More information, more money per capita, more opportunities
A conference in Tallinn debates whether challenges can outweigh the big chances of data economy
Maria Koleva, Brussels
22 July, 2017
It is a very simple old type of idea: more information leads to more opportunities. You realise where there are holes; you realise where there are problems and begin to think about what can be done. It means: more information, more money per capita. These are the words of one of the world’s most prominent data scientists, Professor Alex 'Sandy' Pentland of the Massachusetts Institute of Technology, who delivered a keynote speech at the Digital single market conference on the free movement of data, organised by the Estonian Presidency in Tallinn on 17 July. Thanks to the fact that Estonia is incredibly digitally advanced, it was possible this event to be followed through webstream from each part of the globe in real time.
The data economy guru, as the people from the branch named Prof. Pentland, pointed out that the free movement of data will lead to new business opportunities and create a favourable ground for harmonising social inequalities. It is also essential to make governments more efficient. However, he warned that “we must not forget that the free movement of data has its perils as well” and that ensuring the privacy of personal data is very important in moving and sharing of large amounts of data. The value of data will grow exponentially even if we can compare it anonymously, he said noting that comparing data is beneficial for example for better planning of public transport, the detection of infectious disease epidemics, and much more, helping countries better manage their processes and predict potential problems.
Among the participants were top-level players, EU competitiveness and telecommunications ministers, representatives of the EU Parliament and the Council of the EU, people from the public sector, businesses and academia.
It was also the first public event at her new post for the EU Commissioner for the Digital Economy and Society Mariya Gabriel. Saying that the European Data Economy is now truly taking off, Commissioner Gabriel underlined in her speech that the value of the EU data economy was €300 billion in 2016, representing 1.99 % of GDP. In 2016, there were 254,000 data companies, 661,000 data user companies and 6.16 million data professionals employed.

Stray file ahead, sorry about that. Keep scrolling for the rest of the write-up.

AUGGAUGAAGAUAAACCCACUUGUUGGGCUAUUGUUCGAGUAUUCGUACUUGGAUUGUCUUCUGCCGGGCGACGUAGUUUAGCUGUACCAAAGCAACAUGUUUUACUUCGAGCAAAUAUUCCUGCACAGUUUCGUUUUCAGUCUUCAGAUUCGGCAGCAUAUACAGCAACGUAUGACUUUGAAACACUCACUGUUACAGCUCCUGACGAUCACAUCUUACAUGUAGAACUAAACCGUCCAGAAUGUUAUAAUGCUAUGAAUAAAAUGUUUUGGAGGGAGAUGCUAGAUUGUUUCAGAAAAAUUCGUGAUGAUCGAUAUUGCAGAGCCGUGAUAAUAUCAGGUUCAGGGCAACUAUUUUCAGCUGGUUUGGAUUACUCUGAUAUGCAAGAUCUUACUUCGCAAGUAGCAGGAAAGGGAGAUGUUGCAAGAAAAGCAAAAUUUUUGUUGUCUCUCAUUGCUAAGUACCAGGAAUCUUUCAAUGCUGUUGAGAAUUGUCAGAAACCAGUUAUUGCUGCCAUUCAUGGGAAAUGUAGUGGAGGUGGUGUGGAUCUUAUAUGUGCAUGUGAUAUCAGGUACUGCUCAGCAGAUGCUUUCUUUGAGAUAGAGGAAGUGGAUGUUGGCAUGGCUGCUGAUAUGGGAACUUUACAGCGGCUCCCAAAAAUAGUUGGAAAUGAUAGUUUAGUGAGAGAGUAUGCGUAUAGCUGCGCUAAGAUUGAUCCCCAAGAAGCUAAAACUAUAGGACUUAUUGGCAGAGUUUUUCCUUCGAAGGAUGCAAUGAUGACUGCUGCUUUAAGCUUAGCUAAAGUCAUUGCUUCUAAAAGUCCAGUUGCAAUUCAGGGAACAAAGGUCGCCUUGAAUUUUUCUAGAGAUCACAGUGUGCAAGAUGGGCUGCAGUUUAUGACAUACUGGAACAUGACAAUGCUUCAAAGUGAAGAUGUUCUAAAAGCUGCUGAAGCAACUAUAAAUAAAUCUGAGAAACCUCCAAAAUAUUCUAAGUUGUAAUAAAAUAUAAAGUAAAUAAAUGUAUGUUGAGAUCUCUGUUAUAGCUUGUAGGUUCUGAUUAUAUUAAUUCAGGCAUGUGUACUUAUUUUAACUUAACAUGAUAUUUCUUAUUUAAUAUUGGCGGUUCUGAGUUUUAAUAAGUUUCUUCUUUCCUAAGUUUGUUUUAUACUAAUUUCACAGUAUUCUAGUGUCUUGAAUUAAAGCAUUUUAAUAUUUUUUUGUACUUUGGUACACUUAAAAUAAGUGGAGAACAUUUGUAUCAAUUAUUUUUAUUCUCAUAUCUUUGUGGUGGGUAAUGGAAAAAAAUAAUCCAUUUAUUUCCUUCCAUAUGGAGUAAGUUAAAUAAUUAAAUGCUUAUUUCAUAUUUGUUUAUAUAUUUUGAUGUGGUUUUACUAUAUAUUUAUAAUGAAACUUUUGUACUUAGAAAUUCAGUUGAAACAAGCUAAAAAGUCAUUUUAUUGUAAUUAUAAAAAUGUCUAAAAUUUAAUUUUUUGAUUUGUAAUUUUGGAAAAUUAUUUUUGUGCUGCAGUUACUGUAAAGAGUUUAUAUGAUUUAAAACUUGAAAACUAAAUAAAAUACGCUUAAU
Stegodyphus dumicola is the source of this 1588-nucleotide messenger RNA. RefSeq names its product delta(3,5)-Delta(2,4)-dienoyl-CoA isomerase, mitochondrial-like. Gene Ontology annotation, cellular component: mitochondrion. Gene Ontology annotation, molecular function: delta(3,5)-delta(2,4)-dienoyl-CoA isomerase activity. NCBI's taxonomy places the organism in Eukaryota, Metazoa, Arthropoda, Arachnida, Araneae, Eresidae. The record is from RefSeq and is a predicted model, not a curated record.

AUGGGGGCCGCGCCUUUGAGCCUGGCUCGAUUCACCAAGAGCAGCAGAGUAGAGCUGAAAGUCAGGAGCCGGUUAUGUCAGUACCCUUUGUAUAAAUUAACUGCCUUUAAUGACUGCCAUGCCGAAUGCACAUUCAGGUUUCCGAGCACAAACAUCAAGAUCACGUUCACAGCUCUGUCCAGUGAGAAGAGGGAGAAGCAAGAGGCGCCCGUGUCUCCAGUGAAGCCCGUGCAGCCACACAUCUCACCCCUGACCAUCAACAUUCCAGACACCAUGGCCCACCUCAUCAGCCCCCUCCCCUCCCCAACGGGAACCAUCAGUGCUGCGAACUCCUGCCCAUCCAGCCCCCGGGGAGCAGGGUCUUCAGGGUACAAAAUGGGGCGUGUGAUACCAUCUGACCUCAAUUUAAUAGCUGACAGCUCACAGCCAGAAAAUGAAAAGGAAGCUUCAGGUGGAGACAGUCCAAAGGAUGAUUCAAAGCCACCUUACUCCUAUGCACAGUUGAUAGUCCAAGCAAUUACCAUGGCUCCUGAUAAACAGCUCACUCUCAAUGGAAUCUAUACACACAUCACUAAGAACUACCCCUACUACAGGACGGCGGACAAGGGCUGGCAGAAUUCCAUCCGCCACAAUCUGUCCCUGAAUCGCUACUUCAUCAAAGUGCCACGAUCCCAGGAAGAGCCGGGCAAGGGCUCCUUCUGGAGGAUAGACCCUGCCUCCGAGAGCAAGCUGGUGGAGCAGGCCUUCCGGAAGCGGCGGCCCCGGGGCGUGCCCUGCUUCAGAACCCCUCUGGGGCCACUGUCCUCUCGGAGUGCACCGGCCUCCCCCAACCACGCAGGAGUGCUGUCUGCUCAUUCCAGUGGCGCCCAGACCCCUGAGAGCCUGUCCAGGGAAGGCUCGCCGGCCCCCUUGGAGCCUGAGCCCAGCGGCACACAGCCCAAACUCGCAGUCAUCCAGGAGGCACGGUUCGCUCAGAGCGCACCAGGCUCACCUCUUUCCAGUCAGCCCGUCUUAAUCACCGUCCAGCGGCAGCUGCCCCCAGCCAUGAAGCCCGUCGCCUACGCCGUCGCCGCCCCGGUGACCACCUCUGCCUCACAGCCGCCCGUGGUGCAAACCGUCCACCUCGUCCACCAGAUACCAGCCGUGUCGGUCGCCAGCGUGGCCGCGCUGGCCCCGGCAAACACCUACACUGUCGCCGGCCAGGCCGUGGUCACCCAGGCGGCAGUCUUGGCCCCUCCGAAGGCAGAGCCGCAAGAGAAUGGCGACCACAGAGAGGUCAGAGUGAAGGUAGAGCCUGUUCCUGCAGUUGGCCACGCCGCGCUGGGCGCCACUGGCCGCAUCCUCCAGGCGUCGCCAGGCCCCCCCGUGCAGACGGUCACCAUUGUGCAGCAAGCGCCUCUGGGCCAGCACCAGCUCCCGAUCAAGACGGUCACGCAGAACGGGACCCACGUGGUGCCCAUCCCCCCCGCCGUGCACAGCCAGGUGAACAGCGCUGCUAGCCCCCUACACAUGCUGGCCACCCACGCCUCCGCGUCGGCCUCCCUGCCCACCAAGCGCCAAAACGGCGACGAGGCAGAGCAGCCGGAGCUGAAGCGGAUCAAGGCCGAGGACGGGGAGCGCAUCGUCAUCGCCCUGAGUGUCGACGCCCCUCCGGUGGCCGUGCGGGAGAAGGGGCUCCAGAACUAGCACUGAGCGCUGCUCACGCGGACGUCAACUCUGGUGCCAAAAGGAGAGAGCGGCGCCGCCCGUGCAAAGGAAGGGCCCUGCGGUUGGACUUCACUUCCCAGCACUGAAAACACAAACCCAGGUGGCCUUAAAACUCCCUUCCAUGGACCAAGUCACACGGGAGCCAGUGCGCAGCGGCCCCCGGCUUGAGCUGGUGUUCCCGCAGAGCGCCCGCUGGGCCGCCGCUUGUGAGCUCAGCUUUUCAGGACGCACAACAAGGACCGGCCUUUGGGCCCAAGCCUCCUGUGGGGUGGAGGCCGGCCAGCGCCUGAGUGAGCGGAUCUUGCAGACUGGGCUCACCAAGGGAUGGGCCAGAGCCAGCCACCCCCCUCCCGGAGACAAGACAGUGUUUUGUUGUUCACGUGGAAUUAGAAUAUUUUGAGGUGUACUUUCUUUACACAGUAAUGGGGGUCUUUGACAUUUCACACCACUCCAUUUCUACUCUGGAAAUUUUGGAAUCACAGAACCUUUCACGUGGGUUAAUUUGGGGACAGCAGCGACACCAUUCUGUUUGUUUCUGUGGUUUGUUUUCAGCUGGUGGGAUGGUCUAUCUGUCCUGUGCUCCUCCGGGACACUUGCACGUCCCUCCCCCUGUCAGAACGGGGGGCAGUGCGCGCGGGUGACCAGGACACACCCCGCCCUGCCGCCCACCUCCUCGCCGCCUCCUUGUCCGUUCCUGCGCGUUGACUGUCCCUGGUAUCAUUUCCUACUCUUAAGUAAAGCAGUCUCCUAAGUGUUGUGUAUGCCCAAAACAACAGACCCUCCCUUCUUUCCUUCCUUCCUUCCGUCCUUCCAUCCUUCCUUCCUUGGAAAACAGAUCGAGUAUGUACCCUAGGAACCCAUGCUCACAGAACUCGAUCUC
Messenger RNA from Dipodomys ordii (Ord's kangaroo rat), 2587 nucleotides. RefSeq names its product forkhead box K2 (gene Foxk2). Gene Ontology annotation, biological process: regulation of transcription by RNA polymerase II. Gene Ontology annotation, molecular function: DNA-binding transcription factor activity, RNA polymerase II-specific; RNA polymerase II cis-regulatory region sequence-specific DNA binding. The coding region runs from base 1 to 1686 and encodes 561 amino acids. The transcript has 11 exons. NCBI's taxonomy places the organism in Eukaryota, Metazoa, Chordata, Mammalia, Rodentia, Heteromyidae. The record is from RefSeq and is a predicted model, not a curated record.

If the right policy and legislative framework conditions are put in place in time, she urged, the value of the data economy can increase to €739 billion by 2020, representing 4% of the overall EU GDP. Commissioner Gabriel also stressed that the Commission will continue supporting an open approach that ensures that the most innovative services provided globally are available in the EU.
EC Vice-President Andrus Ansip in charge of the Digital Single Market, urged that today’s situation regarding data in Europe has to change and made clear that the Commission plans to make that happen as soon as possible, as part of the plan to build a Digital Single Market. He pointed out that there is an urgent need to address the data localisation rules and “how we can further free up publicly funded data”, or how to improve data analytics capacity in Europe, among other challenges.
Ansip also touched upon the legal clarity concerning autonomous systems and how can be struck balance between the needs of users and the responsibility of operators and manufacturers, emphasising that the real value of data will only come out if it can be used to the full. One way forward would be to establish free movement of data as a basic principle in EU law, VP Ansip specified.